Biogas upgrading and biochemical production from gas fermentation: impact of microbial community and gas composition

Basma Omar, Maie El-Gammal, Reda Abou-Shanab, Ioannis Fotidis, Irini Angelidaki, Yifeng Zhang*

*Corresponding author for this work

Research output: Contribution to journalJournal articleResearchpeer-review

Abstract

The present study proposes a novel alternative method of the current biogas upgrading techniques by converting CO2 (in the biogas) into valuable chemicals (e.g., volatile fatty acids) using H2 as energy source and acetogenic mixed culture as biocatalyst. The influence of thermal treatment (90°C) on the inhibition of the methanogenic archaea and enriching the acetogenic bacteria in different inocula (mesophilic and thermophilic) was initially tested. The most efficient inoculum that achieved the highest performance through the fermentation process was further used to define the optimum H2/CO2 gas ratio that secures maximum production yield of chemicals and maximum biogas upgrading efficiency. In addition, 16S rRNA analysis of the microbial community was conducted at the end of the experimental period to target functional microbes. The maximum biogas content (77% (v/v)) and acetate yield (72%) were achieved for 2H2:1CO2 ratio (v/v), with Moorella sp. 4 as the most dominant thermophilic acetogenic bacterium.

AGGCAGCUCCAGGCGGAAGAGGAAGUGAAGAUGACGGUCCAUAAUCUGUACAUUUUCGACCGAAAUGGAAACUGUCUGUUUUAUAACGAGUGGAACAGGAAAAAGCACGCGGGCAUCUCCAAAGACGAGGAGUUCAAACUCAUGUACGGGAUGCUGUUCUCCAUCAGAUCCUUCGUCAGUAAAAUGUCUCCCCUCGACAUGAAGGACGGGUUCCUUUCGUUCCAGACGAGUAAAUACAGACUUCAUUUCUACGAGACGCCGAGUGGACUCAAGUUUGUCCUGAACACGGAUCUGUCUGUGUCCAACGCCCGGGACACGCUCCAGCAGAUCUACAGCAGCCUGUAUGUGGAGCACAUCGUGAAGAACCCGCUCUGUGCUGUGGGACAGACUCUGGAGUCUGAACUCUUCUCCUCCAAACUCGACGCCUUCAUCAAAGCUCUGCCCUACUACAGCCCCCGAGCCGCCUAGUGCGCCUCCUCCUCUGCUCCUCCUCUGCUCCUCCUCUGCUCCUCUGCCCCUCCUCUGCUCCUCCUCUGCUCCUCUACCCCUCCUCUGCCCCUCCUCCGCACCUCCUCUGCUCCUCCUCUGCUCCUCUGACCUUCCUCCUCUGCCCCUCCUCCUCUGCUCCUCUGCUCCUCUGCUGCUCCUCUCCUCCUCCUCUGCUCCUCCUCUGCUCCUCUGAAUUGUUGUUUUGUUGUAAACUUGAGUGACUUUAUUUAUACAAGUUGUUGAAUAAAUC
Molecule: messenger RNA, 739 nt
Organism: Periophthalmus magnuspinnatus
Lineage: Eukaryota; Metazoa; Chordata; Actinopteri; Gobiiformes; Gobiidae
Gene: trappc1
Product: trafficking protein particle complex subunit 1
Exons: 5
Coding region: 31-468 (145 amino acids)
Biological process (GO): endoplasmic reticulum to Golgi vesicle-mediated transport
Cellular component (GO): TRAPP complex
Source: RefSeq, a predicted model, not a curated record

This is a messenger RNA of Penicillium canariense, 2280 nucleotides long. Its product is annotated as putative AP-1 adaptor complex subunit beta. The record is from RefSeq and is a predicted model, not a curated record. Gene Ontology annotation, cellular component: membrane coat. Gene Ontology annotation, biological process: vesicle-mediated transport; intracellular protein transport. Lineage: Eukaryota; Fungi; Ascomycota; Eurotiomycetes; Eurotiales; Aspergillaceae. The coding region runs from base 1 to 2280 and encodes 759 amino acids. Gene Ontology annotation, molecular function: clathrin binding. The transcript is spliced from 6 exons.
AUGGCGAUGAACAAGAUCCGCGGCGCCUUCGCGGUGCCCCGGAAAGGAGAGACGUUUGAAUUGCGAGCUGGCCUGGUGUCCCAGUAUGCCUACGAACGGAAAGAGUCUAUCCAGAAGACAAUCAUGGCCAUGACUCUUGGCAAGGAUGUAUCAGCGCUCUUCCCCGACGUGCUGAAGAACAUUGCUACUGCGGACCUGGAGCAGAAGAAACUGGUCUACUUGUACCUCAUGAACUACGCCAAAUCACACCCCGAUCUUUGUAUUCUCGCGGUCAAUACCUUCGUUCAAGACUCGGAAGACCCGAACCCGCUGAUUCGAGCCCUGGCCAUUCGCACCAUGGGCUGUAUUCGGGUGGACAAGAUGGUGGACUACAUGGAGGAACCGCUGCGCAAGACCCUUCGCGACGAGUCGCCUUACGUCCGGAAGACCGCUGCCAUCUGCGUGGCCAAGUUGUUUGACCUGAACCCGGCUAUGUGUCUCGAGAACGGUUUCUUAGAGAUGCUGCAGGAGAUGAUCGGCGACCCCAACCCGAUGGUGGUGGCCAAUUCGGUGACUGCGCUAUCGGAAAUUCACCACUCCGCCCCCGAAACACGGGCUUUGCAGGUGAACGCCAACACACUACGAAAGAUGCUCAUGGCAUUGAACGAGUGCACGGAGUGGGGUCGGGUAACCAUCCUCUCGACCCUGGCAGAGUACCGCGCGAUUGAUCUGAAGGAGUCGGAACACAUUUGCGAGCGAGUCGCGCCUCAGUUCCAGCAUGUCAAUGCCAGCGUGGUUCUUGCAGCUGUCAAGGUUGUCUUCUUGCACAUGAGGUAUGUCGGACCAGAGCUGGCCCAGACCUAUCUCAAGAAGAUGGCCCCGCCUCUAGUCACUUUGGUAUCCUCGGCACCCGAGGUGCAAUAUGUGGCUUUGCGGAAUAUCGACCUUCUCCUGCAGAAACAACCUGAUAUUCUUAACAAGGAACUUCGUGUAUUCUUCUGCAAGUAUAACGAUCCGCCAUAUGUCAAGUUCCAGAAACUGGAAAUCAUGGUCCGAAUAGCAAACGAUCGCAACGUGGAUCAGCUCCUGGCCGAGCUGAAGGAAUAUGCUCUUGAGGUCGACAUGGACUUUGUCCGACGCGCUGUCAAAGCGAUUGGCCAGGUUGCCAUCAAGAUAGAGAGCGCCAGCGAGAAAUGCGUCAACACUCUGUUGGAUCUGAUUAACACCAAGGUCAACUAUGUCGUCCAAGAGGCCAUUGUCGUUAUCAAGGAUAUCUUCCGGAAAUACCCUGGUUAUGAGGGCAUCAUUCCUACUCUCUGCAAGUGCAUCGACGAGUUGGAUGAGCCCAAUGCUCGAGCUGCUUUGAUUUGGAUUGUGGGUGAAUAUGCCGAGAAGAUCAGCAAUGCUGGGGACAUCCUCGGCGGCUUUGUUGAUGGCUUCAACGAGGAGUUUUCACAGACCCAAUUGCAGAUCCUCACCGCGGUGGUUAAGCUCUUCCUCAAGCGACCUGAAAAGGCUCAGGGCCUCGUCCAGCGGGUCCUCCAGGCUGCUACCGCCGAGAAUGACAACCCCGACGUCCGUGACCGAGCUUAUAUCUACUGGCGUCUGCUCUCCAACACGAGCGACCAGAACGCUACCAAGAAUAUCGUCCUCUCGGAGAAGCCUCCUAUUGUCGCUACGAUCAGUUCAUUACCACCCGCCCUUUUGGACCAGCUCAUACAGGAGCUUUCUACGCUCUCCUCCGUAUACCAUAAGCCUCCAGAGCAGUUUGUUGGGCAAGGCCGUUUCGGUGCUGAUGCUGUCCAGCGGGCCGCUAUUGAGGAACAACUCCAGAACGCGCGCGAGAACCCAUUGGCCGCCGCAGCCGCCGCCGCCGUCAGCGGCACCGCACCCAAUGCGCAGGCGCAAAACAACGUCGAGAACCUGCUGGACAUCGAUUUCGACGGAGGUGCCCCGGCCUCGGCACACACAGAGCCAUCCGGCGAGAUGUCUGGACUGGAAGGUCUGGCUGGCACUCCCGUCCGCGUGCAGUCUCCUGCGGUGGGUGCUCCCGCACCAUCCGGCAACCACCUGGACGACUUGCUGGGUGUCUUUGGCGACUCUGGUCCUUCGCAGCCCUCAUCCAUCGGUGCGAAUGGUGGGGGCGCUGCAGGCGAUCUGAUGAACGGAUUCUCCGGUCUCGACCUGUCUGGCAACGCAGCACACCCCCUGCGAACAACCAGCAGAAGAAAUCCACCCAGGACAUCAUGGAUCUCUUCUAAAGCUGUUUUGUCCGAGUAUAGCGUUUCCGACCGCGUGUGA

Original languageEnglish
Article number121413
JournalBioresource Technology
Volume286
Number of pages9
ISSN0960-8524
DOIs
Publication statusPublished - 2019

Keywords

  • Biogas upgrading
  • Gas fermentation
  • Microbial community
  • Acetogens
  • Acetyl CoA pathway

Fingerprint Dive into the research topics of 'Biogas upgrading and biochemical production from gas fermentation: impact of microbial community and gas composition'. Together they form a unique fingerprint.

Cite this